What is arthritis? Is it a deterioration of cartilage?
Arthritis is a term used to describe any disorder that results in the inflammation of a joint, which may be characterized by pain, swelling, stiffness, and redness. As you asked, this inflammation may involve cartilage of the joint, but not always. Although many forms of arthritis involve a deterioration of the cartilage, it's worthwhile to note that cartilage problems don’t automatically imply arthritis. There are other conditions that may be involved in cartilage deterioration, such as sports or traumatic injuries and genetic conditions.
Arthritis affects more than 54 million people in the United States alone so rest assured there's joint support for joint support. This is partially due to the fact that arthritis literally means “joint inflammation” and therefore, it isn’t a single disorder, but rather an umbrella term for any joint disease. Arthritis may involve one joint or many, including knees, wrists, fingers, and even the spinal column. Some diseases that involve arthritis also affect other parts of the body, such as the kidneys, eyes, heart, and lungs. Due to this, other symptoms may occur alongside arthritis, such as rash, dry eyes, fever, fatigue, night sweats, or breathing problems.
Symptoms of arthritis vary in severity from a mild ache and stiffness to severe pain. Depending on the cause of the arthritis, symptoms may develop suddenly or gradually over time. Osteoarthritis, the most common form of arthritis, is an example of a degenerative arthritis or one that occurs over time. It results from wear and tear on the joints, typically evolves in middle age, and most commonly troubles older people. In response to your second question, osteoarthritis is an instance where cartilage breakdown and damage between bones is characteristic of the disorder.
Rheumatoid arthritis is the second most common (and the most severe) type of inflammatory joint disease. Rheumatoid arthritis is an autoimmune disease, which means people with the condition produce white blood cells (the cells that protect the body from bacteria, viruses, and other invaders) that attack their own healthy cells and tissue. In the case of rheumatoid arthritis, the body's immune system damages joints and the surrounding soft tissue. This type of arthritis is an example where you might have other, more systemic symptoms in addition to joint pain. This could include weight loss, fever, and fatigue.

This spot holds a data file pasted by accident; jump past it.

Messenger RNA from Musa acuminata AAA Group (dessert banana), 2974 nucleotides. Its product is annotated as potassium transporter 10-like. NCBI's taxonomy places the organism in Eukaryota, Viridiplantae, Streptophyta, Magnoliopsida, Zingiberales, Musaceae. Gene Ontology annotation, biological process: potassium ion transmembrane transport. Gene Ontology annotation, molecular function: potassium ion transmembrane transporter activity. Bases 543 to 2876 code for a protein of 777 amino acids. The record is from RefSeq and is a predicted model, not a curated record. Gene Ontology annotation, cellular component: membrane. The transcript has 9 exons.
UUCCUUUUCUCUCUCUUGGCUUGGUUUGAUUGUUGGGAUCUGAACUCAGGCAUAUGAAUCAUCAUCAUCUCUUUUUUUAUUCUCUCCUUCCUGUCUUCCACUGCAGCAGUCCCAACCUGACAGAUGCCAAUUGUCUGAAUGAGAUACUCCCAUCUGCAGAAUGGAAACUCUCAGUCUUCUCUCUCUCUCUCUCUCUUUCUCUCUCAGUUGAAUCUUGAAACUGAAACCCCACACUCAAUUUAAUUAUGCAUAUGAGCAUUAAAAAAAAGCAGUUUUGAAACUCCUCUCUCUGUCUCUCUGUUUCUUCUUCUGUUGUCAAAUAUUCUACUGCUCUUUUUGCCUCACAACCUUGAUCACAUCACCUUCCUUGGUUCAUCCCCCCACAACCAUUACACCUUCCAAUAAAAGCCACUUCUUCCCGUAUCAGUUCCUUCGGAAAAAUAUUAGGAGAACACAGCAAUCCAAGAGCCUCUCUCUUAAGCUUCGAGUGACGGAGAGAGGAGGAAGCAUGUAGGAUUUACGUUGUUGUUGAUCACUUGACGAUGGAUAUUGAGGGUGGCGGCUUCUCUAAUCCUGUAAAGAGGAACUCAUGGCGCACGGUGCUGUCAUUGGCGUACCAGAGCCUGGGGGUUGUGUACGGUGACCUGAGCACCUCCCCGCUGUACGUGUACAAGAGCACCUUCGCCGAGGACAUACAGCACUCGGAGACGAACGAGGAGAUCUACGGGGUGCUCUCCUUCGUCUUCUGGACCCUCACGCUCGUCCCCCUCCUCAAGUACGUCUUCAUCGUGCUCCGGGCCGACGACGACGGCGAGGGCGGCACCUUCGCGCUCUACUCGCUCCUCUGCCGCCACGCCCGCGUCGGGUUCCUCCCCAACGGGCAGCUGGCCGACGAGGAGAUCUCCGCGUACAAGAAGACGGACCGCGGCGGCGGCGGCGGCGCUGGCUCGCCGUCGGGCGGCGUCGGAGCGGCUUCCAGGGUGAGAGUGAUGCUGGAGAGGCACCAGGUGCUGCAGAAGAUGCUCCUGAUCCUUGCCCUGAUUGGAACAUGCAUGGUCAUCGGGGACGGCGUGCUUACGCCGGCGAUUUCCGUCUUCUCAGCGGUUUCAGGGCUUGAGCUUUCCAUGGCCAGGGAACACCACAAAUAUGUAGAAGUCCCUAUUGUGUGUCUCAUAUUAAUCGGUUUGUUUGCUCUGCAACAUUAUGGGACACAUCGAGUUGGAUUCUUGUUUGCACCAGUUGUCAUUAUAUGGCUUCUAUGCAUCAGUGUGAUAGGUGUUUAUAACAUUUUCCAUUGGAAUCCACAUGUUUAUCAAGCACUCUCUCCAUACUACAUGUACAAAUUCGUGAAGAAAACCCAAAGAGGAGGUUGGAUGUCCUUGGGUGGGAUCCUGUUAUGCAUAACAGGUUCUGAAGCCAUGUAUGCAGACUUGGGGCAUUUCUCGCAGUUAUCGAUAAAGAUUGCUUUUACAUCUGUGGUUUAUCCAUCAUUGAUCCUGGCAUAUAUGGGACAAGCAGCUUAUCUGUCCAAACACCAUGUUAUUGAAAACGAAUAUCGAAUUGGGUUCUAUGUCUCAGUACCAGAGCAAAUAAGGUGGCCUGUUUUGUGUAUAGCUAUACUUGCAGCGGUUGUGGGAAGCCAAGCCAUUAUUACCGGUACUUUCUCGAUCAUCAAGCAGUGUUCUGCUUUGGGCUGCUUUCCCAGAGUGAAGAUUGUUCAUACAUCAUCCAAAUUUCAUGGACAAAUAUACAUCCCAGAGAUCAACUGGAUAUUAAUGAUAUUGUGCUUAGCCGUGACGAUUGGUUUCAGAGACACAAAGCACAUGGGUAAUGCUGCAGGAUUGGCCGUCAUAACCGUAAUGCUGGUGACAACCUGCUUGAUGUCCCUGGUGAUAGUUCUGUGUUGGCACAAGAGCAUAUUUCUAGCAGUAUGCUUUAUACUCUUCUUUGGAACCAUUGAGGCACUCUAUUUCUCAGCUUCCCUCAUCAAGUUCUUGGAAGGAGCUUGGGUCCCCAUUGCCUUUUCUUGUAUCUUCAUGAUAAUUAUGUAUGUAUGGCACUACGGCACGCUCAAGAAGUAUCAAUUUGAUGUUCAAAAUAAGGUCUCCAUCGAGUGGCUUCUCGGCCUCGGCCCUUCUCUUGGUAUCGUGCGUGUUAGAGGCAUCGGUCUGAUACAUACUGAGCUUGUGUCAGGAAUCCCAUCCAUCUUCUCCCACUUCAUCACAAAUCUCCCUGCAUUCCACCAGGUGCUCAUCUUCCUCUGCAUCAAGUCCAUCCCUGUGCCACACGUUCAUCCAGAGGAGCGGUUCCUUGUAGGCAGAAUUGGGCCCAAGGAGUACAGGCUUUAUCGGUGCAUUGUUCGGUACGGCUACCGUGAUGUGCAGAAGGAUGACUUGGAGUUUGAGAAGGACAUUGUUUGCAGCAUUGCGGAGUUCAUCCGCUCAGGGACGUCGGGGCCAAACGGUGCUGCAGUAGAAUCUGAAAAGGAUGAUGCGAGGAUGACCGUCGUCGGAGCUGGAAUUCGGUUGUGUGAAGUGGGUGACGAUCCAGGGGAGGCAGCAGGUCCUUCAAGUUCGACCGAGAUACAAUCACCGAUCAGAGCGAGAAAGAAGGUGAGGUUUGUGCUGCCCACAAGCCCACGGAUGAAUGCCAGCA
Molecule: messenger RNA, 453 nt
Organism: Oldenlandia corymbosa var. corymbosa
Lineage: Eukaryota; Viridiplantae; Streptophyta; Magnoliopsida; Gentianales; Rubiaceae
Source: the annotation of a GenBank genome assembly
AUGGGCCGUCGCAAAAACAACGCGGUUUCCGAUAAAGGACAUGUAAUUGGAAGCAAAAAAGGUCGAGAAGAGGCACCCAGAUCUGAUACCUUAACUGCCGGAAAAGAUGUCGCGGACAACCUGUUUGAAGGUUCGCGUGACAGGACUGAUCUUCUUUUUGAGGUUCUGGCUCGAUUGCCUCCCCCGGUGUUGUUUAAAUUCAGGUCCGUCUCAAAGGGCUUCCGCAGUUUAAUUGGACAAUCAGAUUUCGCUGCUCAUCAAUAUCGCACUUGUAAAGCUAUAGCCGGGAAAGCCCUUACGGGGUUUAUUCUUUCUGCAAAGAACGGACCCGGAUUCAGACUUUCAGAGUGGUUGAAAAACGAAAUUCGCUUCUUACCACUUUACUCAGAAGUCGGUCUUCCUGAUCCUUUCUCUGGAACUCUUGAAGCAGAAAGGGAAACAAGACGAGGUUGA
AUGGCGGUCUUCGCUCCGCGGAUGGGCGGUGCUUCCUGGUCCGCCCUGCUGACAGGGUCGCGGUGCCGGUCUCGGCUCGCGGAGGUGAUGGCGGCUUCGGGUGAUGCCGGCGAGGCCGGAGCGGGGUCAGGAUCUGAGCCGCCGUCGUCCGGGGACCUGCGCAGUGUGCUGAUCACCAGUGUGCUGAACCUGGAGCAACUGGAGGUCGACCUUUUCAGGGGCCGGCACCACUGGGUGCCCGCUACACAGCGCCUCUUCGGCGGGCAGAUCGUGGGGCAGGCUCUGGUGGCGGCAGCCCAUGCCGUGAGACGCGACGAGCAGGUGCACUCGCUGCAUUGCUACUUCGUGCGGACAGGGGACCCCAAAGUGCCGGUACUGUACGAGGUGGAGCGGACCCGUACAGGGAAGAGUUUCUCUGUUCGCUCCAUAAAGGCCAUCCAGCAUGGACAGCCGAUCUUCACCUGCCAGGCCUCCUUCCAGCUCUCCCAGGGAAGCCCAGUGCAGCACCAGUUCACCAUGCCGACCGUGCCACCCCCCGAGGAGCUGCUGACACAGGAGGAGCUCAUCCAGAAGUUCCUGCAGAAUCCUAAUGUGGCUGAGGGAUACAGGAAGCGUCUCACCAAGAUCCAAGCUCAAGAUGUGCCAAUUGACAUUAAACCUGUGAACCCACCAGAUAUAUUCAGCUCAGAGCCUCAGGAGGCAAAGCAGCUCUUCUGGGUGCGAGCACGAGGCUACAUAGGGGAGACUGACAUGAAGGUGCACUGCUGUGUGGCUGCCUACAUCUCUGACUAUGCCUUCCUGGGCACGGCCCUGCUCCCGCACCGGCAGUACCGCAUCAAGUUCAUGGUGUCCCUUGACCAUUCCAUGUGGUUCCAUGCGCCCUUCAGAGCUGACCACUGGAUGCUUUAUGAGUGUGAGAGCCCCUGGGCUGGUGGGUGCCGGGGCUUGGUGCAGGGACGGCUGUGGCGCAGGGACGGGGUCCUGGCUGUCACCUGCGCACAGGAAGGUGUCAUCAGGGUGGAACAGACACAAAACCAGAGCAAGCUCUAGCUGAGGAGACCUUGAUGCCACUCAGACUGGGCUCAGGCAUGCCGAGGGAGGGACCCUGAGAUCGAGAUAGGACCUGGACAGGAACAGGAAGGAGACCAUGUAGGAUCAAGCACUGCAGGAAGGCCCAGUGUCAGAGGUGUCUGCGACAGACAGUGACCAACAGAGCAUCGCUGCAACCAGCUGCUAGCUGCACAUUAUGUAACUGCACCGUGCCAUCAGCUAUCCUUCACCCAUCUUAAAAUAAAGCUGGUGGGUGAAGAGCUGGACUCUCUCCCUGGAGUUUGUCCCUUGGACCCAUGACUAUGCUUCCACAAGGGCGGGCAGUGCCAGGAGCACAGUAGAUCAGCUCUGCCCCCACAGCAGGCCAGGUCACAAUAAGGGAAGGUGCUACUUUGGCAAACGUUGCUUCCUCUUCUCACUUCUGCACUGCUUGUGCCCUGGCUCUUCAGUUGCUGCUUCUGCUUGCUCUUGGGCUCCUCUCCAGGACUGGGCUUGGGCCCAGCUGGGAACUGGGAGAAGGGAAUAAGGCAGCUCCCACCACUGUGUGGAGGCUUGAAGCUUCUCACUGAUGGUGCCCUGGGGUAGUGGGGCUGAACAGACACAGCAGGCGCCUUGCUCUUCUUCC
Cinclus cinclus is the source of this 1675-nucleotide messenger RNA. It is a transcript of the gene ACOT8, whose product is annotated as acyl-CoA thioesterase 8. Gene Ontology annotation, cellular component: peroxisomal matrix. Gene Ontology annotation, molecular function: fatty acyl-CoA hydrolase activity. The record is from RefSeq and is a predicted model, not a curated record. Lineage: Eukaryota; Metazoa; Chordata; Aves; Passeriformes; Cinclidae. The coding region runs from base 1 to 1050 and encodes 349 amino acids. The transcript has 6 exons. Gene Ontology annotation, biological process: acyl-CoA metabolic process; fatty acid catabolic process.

Looking at this from a macro perspective, there are over 100 types of arthritis, including juvenile idiopathic arthritis, lupus, fibromyalgia, infectious arthritis, and gout. And the causes are even more diverse and broad, including skin and intestinal disorders, bacterial infections, and severe inflammation. Although still somewhat unclear, researchers and experts believe that arthritis is caused by a combination of genetic and environmental factors. Often times, people have a genetic predisposition to arthritis and something in their environment triggers it. At this time, it's unclear how to prevent arthritis, although onset of arthritis may be delayed by reducing risk factors, such as by being physically active, not smoking, and by being mindful of excess weight. Depending on the type of arthritis, treatments may include antibiotics, anti-inflammatory drugs, changes in diet, bed rest or alternatively physical activity. For instance, increasing physical activity in patients with osteoarthritis has been shown to improve joint pain and increase joint mobility. In more severe cases of arthritis, splints or surgery may be helpful. For more information, check out the National Institute of Arthritis and Musculoskeletal and Skin Diseases (NIAMS) Information Clearinghouse.
Here's hoping your ache for more knowledge was soothed!
Originally published Jan 19, 1995
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